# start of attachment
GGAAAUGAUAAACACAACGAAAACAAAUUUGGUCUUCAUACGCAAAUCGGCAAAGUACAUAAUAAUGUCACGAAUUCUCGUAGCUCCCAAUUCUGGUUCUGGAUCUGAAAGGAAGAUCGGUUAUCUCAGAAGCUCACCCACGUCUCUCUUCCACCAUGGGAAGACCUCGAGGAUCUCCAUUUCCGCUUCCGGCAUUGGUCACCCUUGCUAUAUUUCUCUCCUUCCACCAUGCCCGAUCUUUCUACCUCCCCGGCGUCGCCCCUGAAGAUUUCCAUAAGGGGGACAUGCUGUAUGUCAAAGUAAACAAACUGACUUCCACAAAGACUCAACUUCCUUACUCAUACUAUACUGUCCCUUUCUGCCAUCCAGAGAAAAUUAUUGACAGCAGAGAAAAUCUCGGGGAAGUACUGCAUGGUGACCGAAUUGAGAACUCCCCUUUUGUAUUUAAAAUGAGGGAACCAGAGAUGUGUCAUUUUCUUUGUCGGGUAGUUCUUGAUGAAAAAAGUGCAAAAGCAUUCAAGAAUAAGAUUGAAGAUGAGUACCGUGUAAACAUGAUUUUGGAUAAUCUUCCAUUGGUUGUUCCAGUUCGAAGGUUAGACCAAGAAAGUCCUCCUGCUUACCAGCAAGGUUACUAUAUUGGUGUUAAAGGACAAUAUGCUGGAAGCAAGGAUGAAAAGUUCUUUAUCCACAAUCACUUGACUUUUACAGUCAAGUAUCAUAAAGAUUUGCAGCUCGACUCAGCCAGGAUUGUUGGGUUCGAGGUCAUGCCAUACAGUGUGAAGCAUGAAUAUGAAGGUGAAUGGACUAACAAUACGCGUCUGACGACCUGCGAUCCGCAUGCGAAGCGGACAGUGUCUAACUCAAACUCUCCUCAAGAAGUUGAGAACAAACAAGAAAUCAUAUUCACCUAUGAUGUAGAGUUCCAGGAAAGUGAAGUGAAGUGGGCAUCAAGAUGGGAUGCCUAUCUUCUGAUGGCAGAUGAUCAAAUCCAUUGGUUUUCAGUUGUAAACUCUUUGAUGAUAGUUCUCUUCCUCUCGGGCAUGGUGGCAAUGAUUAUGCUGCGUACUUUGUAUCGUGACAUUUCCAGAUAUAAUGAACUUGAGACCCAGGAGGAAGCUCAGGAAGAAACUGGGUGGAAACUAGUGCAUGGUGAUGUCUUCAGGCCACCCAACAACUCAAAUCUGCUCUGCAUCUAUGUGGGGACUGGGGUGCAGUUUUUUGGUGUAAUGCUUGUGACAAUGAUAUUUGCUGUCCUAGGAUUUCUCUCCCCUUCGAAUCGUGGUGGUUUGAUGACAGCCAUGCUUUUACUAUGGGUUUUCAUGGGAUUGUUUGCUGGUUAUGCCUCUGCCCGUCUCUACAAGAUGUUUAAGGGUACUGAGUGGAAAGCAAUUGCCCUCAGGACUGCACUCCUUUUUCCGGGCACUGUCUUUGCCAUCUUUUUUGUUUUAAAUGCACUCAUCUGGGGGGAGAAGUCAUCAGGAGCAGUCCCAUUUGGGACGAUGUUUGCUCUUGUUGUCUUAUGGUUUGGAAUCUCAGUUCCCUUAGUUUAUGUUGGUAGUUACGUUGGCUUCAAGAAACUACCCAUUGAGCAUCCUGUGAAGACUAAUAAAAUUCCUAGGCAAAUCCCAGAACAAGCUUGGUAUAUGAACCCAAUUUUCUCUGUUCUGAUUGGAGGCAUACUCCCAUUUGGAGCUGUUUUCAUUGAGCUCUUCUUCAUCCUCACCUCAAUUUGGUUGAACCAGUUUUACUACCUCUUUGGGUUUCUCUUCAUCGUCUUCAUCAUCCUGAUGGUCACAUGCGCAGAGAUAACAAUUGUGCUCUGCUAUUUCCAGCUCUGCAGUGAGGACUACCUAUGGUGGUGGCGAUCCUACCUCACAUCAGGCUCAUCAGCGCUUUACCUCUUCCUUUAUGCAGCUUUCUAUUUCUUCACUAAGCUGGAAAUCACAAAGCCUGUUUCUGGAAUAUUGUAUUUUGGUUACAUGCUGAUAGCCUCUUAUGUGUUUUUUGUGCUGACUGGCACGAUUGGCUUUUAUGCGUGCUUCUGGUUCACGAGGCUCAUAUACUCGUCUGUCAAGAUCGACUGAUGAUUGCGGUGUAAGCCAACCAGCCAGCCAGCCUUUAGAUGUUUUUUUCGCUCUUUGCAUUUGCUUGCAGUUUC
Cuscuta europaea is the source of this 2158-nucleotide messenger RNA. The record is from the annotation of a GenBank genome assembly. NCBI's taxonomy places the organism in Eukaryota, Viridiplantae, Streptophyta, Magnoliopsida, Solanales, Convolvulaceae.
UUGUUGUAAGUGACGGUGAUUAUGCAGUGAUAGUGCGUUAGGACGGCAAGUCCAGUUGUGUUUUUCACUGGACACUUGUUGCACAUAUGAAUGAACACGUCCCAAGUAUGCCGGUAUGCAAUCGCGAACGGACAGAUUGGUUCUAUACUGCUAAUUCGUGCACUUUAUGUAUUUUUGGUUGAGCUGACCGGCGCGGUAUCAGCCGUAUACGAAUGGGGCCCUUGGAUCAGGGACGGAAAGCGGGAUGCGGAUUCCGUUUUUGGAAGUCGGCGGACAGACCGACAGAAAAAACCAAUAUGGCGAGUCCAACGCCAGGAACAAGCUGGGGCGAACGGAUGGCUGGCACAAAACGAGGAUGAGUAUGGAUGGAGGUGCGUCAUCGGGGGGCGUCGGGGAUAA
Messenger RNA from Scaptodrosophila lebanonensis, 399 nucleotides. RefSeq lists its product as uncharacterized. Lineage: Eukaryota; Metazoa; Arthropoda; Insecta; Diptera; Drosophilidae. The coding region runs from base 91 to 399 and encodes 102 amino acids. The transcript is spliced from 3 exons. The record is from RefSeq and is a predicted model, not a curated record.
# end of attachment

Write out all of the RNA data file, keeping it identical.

GGAAAUGAUAAACACAACGAAAACAAAUUUGGUCUUCAUACGCAAAUCGGCAAAGUACAUAAUAAUGUCACGAAUUCUCGUAGCUCCCAAUUCUGGUUCUGGAUCUGAAAGGAAGAUCGGUUAUCUCAGAAGCUCACCCACGUCUCUCUUCCACCAUGGGAAGACCUCGAGGAUCUCCAUUUCCGCUUCCGGCAUUGGUCACCCUUGCUAUAUUUCUCUCCUUCCACCAUGCCCGAUCUUUCUACCUCCCCGGCGUCGCCCCUGAAGAUUUCCAUAAGGGGGACAUGCUGUAUGUCAAAGUAAACAAACUGACUUCCACAAAGACUCAACUUCCUUACUCAUACUAUACUGUCCCUUUCUGCCAUCCAGAGAAAAUUAUUGACAGCAGAGAAAAUCUCGGGGAAGUACUGCAUGGUGACCGAAUUGAGAACUCCCCUUUUGUAUUUAAAAUGAGGGAACCAGAGAUGUGUCAUUUUCUUUGUCGGGUAGUUCUUGAUGAAAAAAGUGCAAAAGCAUUCAAGAAUAAGAUUGAAGAUGAGUACCGUGUAAACAUGAUUUUGGAUAAUCUUCCAUUGGUUGUUCCAGUUCGAAGGUUAGACCAAGAAAGUCCUCCUGCUUACCAGCAAGGUUACUAUAUUGGUGUUAAAGGACAAUAUGCUGGAAGCAAGGAUGAAAAGUUCUUUAUCCACAAUCACUUGACUUUUACAGUCAAGUAUCAUAAAGAUUUGCAGCUCGACUCAGCCAGGAUUGUUGGGUUCGAGGUCAUGCCAUACAGUGUGAAGCAUGAAUAUGAAGGUGAAUGGACUAACAAUACGCGUCUGACGACCUGCGAUCCGCAUGCGAAGCGGACAGUGUCUAACUCAAACUCUCCUCAAGAAGUUGAGAACAAACAAGAAAUCAUAUUCACCUAUGAUGUAGAGUUCCAGGAAAGUGAAGUGAAGUGGGCAUCAAGAUGGGAUGCCUAUCUUCUGAUGGCAGAUGAUCAAAUCCAUUGGUUUUCAGUUGUAAACUCUUUGAUGAUAGUUCUCUUCCUCUCGGGCAUGGUGGCAAUGAUUAUGCUGCGUACUUUGUAUCGUGACAUUUCCAGAUAUAAUGAACUUGAGACCCAGGAGGAAGCUCAGGAAGAAACUGGGUGGAAACUAGUGCAUGGUGAUGUCUUCAGGCCACCCAACAACUCAAAUCUGCUCUGCAUCUAUGUGGGGACUGGGGUGCAGUUUUUUGGUGUAAUGCUUGUGACAAUGAUAUUUGCUGUCCUAGGAUUUCUCUCCCCUUCGAAUCGUGGUGGUUUGAUGACAGCCAUGCUUUUACUAUGGGUUUUCAUGGGAUUGUUUGCUGGUUAUGCCUCUGCCCGUCUCUACAAGAUGUUUAAGGGUACUGAGUGGAAAGCAAUUGCCCUCAGGACUGCACUCCUUUUUCCGGGCACUGUCUUUGCCAUCUUUUUUGUUUUAAAUGCACUCAUCUGGGGGGAGAAGUCAUCAGGAGCAGUCCCAUUUGGGACGAUGUUUGCUCUUGUUGUCUUAUGGUUUGGAAUCUCAGUUCCCUUAGUUUAUGUUGGUAGUUACGUUGGCUUCAAGAAACUACCCAUUGAGCAUCCUGUGAAGACUAAUAAAAUUCCUAGGCAAAUCCCAGAACAAGCUUGGUAUAUGAACCCAAUUUUCUCUGUUCUGAUUGGAGGCAUACUCCCAUUUGGAGCUGUUUUCAUUGAGCUCUUCUUCAUCCUCACCUCAAUUUGGUUGAACCAGUUUUACUACCUCUUUGGGUUUCUCUUCAUCGUCUUCAUCAUCCUGAUGGUCACAUGCGCAGAGAUAACAAUUGUGCUCUGCUAUUUCCAGCUCUGCAGUGAGGACUACCUAUGGUGGUGGCGAUCCUACCUCACAUCAGGCUCAUCAGCGCUUUACCUCUUCCUUUAUGCAGCUUUCUAUUUCUUCACUAAGCUGGAAAUCACAAAGCCUGUUUCUGGAAUAUUGUAUUUUGGUUACAUGCUGAUAGCCUCUUAUGUGUUUUUUGUGCUGACUGGCACGAUUGGCUUUUAUGCGUGCUUCUGGUUCACGAGGCUCAUAUACUCGUCUGUCAAGAUCGACUGAUGAUUGCGGUGUAAGCCAACCAGCCAGCCAGCCUUUAGAUGUUUUUUUCGCUCUUUGCAUUUGCUUGCAGUUUC
Cuscuta europaea is the source of this 2158-nucleotide messenger RNA. The record is from the annotation of a GenBank genome assembly. NCBI's taxonomy places the organism in Eukaryota, Viridiplantae, Streptophyta, Magnoliopsida, Solanales, Convolvulaceae.
UUGUUGUAAGUGACGGUGAUUAUGCAGUGAUAGUGCGUUAGGACGGCAAGUCCAGUUGUGUUUUUCACUGGACACUUGUUGCACAUAUGAAUGAACACGUCCCAAGUAUGCCGGUAUGCAAUCGCGAACGGACAGAUUGGUUCUAUACUGCUAAUUCGUGCACUUUAUGUAUUUUUGGUUGAGCUGACCGGCGCGGUAUCAGCCGUAUACGAAUGGGGCCCUUGGAUCAGGGACGGAAAGCGGGAUGCGGAUUCCGUUUUUGGAAGUCGGCGGACAGACCGACAGAAAAAACCAAUAUGGCGAGUCCAACGCCAGGAACAAGCUGGGGCGAACGGAUGGCUGGCACAAAACGAGGAUGAGUAUGGAUGGAGGUGCGUCAUCGGGGGGCGUCGGGGAUAA
Messenger RNA from Scaptodrosophila lebanonensis, 399 nucleotides. RefSeq lists its product as uncharacterized. Lineage: Eukaryota; Metazoa; Arthropoda; Insecta; Diptera; Drosophilidae. The coding region runs from base 91 to 399 and encodes 102 amino acids. The transcript is spliced from 3 exons. The record is from RefSeq and is a predicted model, not a curated record.